What is a map? To me, a map is an adventure waiting to happen.
As a teenager in the 1990s, I loved to go backpacking along the Appalachian Trail in North Georgia and western North Carolina. Sure, being out on the trail was fun, but the part I always looked forward to was getting my hands on a new Appalachian Trail map pack. For those who aren’t familiar, there are roughly a dozen map packs, each covering about 200 miles of the trail within a state or two. One of the first packs I purchased was titled “North Carolina – Georgia” and it contained a book and several topographic maps covering the southernmost portion of the 2,181-mile trail.
Taking a backpacking trip requires a lot of planning. There are dropoff and pickup points to coordinate, water supplies to locate, and campgrounds to scope. Before each trip I would study multiple maps, looking for the perfect route based on my schedule, the abilities of the members in our group, and accessibility. Once I found a route, I’d spend hours pouring over every detail–the topography, water sources, and shelter locations. Mostly, I’d find myself just staring at the maps, imagining what I would see at various points along the trail.
Shortly after moving to Colorado in the early 2000s, I purchased a topo map of the Pikes Peak region and promptly wore holes through the creases in the map. During the week I’d sit at home and scope out new trails, valleys, and peaks to explore so that every weekend, I could check another place off my list. Going for the hike was always fun, but I think I enjoyed studying the map in anticipation of what I might find nearly as much as the hike itself.
Over the years I’ve come to see maps not as physical objects or images on a screen but as tools for sharing new places. Today, my company operates mountain biking and hiking websites that are dedicated to helping others find the best places to bike, hike, camp, and ski all over the world. Maps have always played a key role in making that possible, and it’s amazing to see how far online mapping technology has come in the last decade. Heck, today you can view a topo or satellite map of any spot on the planet with your smartphone!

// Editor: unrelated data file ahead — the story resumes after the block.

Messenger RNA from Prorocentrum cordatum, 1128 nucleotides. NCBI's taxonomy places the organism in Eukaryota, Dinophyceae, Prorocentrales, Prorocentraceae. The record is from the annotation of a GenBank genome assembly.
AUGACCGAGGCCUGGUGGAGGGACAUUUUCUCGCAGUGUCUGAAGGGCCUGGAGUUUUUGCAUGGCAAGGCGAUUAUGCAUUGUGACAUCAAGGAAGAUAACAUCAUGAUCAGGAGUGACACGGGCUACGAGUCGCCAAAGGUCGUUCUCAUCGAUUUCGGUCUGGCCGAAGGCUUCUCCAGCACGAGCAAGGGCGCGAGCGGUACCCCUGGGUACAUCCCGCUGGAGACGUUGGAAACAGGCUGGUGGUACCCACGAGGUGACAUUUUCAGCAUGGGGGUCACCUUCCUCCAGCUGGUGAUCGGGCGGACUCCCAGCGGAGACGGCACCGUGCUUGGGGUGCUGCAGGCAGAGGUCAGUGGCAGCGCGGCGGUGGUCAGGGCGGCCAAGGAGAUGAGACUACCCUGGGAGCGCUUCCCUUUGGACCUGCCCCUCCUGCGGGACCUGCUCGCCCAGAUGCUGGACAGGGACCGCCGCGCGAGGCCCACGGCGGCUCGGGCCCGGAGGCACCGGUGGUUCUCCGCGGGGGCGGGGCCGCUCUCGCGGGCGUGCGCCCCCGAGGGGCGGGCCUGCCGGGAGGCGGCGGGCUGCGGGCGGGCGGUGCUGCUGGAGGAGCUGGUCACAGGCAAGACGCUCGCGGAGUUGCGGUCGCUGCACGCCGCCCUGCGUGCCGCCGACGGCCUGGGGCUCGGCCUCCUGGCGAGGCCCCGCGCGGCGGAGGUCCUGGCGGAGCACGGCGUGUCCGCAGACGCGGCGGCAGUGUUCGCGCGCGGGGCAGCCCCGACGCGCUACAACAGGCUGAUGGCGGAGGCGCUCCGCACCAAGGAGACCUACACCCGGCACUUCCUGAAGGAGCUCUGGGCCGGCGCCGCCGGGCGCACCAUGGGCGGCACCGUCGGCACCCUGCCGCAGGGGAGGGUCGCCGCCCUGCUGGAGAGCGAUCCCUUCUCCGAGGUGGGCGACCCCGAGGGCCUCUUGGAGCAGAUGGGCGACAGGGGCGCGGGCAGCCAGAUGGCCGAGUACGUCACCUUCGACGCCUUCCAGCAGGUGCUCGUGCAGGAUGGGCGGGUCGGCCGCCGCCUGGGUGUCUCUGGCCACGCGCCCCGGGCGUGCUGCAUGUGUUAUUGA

While computers have given us infinitely-detailed maps–just pinch to zoom in–if I’m honest, these developments have taken a bit of the adventure out of maps for me. Viewing a map with geo-tagged photos and markers for every fire ring and log crossing along the trail can make it seem like I’ve already visited a place without even leaving my chair. Not only that, the fact that all these details have been marked, cataloged, and placed on a map just means that someone else has already discovered everything seemingly worth discovering. Where’s the adventure in that?
Maps are still adventures waiting to happen, though perhaps not in a format you can view on your smartphone. They’re maps that focus on getting the user to his destination while allowing him to focus on the journey itself. They’re maps that allow the user to imagine what he might find on the ground when he finally arrives. Adventure maps are the dusty pirate treasure maps found in an attic, not Google Street View, virtual reality jaunts. Many maps are adventures waiting to happen… but only if mapmakers don’t give away all the surprises along the way.
About the author: Jeff Barber is the co-founder of Singletracks.com and Tripleblaze.com and is an avid mountain biker, web developer, and outdoor adventurer.